My hon. Friend the Member for South Thanet has performed a service to the House in his careful dissection of the weaknesses of the selective system in Kent and the impact that that has on the development of the potential of children, of the divisive nature of the system as it impacts on communities, and of its sheer inefficiency. He also performed a service by drawing attention to some aspects of the existing regulations for the ballots in selective areas that must be reconsidered. He advanced a significant argument in favour of one sort of change to the existing ballot. Other changes need to be reconsidered. The right hon. Member for Skipton and Ripon (Mr. Curry) also argued constructively about the way in which the system operates, in particular in the area that he represents.

I hope that my right hon. Friend the Secretary of State will take the time—I know that he will keep the matter under consideration—to reconsider the way in which the ballot for selective systems operates. It is not a question of opposing selection out of dogma or ideology. My objection to selection by ability at 11—there are other forms, which I do not oppose—is entirely based on the evidence and the results. The fact is that across the board, like for like, the performance of children in comprehensive schools and systems is far better than that of children in selective schools and systems.

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Mr. Brady

I shall be brief, but some of the arguments that have been advanced in the debate, in particular those in the previous contribution from the hon. Member for Bury, North (Mr. Chaytor), need to be challenged. It would be deeply boring for the House if the debate degenerated into a ding-dong between Bury and Trafford and who has the best results, so I will not go too far down that road—but the hon. Gentleman should look at the performance in Trafford between key stages 2 and 3.

An article in The Times Educational Supplement last year demonstrated that the authority had one of the best improvements between those stages in the country. That is because something happens between primary school level—

Mr. Chaytor

I will tell the hon. Gentleman exactly what happens between key stages 2 and 3: a large number of children leave Trafford at 11 to avoid the secondary modern schools and an equally large number come in at 11 from surrounding affluent districts to take advantage of what they perceive to be the value of Trafford's grammar schools.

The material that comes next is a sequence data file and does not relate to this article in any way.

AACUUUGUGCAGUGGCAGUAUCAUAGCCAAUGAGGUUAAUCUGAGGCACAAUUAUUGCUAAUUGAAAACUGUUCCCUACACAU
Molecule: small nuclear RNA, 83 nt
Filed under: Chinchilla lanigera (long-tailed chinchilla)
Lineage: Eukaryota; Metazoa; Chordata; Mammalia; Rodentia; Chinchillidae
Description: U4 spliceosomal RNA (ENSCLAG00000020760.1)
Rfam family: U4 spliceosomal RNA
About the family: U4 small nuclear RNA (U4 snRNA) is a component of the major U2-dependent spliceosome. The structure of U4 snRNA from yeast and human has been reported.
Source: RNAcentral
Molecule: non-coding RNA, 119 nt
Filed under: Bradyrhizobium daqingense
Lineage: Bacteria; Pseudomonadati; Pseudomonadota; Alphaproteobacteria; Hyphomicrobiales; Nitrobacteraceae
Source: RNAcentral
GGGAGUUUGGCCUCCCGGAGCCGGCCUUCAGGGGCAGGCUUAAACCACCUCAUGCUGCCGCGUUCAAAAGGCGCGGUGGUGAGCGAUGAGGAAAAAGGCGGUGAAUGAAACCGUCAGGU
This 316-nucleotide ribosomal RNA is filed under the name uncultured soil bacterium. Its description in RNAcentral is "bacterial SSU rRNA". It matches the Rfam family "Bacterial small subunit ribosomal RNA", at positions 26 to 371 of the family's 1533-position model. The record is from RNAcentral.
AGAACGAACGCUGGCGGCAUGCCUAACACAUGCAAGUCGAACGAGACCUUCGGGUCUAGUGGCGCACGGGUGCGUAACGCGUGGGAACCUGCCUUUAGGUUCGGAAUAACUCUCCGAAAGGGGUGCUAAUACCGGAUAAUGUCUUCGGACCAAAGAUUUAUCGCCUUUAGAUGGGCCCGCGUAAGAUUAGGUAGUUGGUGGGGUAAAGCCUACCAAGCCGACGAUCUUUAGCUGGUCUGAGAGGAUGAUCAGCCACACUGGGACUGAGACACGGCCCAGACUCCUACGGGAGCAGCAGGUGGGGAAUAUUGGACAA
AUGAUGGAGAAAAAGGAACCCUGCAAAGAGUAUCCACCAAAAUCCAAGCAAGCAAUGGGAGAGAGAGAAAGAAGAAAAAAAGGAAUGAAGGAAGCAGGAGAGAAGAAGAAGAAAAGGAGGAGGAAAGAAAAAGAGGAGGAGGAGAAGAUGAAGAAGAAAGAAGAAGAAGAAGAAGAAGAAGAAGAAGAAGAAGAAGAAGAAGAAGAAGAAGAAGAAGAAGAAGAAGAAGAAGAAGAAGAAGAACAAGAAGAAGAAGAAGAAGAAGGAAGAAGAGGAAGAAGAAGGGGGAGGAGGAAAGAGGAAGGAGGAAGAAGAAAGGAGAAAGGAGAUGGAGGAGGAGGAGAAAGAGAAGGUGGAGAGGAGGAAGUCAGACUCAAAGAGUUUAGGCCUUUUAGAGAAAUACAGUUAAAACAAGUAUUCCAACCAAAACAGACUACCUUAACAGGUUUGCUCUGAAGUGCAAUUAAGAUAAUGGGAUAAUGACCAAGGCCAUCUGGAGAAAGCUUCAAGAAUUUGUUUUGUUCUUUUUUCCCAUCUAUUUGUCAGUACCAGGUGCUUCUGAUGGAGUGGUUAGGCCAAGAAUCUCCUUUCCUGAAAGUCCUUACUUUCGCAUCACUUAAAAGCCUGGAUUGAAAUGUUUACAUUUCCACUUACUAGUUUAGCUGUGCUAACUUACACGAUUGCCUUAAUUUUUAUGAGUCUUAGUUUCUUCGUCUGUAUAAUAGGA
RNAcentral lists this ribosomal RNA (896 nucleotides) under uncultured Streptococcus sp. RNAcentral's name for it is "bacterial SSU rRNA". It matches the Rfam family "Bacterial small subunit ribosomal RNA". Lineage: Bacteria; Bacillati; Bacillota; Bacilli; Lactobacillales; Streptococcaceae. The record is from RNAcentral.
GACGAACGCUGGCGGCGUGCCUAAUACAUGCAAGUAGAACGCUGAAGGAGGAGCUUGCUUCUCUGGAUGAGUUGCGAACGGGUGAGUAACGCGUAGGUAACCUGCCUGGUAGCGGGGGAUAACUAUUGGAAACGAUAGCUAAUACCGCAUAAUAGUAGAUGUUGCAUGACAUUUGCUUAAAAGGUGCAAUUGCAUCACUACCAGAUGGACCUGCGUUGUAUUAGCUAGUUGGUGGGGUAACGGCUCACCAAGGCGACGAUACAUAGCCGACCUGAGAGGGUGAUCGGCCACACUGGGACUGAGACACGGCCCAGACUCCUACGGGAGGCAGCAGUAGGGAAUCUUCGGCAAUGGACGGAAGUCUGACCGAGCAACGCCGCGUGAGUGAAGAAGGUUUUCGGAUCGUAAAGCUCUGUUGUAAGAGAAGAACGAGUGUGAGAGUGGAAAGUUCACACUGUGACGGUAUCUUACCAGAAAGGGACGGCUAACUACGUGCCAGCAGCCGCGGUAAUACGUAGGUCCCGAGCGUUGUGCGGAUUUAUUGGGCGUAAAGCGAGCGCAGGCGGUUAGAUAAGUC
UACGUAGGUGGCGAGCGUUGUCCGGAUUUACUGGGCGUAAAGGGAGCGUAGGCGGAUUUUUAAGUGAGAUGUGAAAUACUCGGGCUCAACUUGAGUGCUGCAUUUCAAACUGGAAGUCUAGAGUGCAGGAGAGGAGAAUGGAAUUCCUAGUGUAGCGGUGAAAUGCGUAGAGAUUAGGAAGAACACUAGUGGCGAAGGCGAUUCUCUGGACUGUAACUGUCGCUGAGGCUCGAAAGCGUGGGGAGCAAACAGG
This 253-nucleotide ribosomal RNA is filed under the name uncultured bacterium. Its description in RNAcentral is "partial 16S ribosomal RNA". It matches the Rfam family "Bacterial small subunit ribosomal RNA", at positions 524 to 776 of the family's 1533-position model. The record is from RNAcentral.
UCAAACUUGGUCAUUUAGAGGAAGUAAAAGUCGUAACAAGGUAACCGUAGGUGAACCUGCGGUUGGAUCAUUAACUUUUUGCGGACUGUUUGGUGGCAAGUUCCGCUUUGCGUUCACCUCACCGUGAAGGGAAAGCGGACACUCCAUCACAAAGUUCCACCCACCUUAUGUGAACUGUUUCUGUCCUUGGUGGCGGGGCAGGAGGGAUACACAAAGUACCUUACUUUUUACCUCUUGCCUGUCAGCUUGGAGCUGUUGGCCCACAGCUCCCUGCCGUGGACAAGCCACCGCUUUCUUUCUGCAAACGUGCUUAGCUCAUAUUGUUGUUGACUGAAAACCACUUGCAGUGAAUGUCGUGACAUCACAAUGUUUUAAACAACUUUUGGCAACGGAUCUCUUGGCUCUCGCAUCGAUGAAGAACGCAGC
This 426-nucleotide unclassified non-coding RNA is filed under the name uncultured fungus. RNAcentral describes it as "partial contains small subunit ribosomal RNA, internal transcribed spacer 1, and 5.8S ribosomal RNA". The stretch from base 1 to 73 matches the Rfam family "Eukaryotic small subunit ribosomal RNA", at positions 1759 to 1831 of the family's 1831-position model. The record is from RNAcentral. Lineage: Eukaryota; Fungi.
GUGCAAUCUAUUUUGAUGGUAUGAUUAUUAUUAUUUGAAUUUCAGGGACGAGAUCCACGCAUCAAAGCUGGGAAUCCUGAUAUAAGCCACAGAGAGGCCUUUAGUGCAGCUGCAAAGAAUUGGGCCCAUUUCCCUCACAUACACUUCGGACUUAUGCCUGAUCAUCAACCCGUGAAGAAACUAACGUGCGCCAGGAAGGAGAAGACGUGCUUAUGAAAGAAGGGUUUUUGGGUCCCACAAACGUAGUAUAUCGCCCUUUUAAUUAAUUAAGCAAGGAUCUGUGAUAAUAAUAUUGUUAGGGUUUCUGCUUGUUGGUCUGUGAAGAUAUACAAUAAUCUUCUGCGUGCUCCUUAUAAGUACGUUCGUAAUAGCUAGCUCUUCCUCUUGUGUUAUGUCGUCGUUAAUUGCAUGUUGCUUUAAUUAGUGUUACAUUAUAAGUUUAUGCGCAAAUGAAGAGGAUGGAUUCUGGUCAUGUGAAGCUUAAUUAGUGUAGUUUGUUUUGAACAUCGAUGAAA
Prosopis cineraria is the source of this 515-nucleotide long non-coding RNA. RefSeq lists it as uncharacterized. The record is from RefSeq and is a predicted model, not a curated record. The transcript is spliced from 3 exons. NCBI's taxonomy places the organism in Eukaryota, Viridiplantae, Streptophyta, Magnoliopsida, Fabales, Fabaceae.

Mr. Brady

The hon. Gentleman can pursue his fictions if he wishes. There is a traffic in and out of Trafford, not least across the boundary from the Manchester local authority area, which is, of course, Labour controlled, and is less affluent than the areas in my constituency to which children come. They come across the boundary not because of the affluence of their parental background, but because they are seeking a better standard of education, and they are fortunate to be able to obtain it.

The improvement between key stages 2 and 3, which is one of the best in the country, is because of the quality of the schools—not merely the grammar schools, but the high schools too. I have talked often in the House about the quality of the secondary modern high schools in my constituency and the Secretary of State has acknowledged it. Ashton-on-Mersey is a beacon school. Children in my constituency are not consigned to failure if they do not go to a grammar school; they go to a beacon school. Now, they may also go to a technology college, as we have one coming on stream. It is a question of the quality of the system as a whole, and it delivers.

The hon. Member for Bury, North can say what he likes about performance in Bury. I very much hope that the schools there are excellent and I congratulate him on the results that they achieve. However, he cannot say that the borough of Trafford is universally affluent. Let us compare like for like. Trafford has 18.9 per cent. free school meals. A comparable authority, such as Kirklees, which has about 18.5 per cent., comes 78th in the league table of local education authority performance, whereas Trafford always comes towards the top.

We can dispute these matters day in and day out and we have had numerous opportunities in this Parliament to do so. The crucial question is not whether hon. Members believe one set of statistics or another for the performance of selective schools; it is whether parents believe in the performance of the selective system. That is why I was dumbfounded and disappointed to hear the hon. Member for South Thanet (Dr. Ladyman) propose his amendment, the basis of which was that the Government had introduced a rigged balloting system in which, as we heard from my hon. Friend the Member for Buckingham (Mr. Bercow), the question is inappropriate in many areas where there are stand-alone grammar schools as the electorate is manifestly unfair. I do not object if Labour Members have a passionate, ideological objection to grammar school and selective education: in that case, they are right to state that view. However, if after a debate that has lasted 20 years in Kent, as it has in Trafford, they still cannot persuade the 20 per cent. of parents necessary to sign their petition to trigger a ballot, it is not acceptable for them to come back to the House and say that they cannot do it under the rules introduced two years ago so please may they change the rules because they have failed.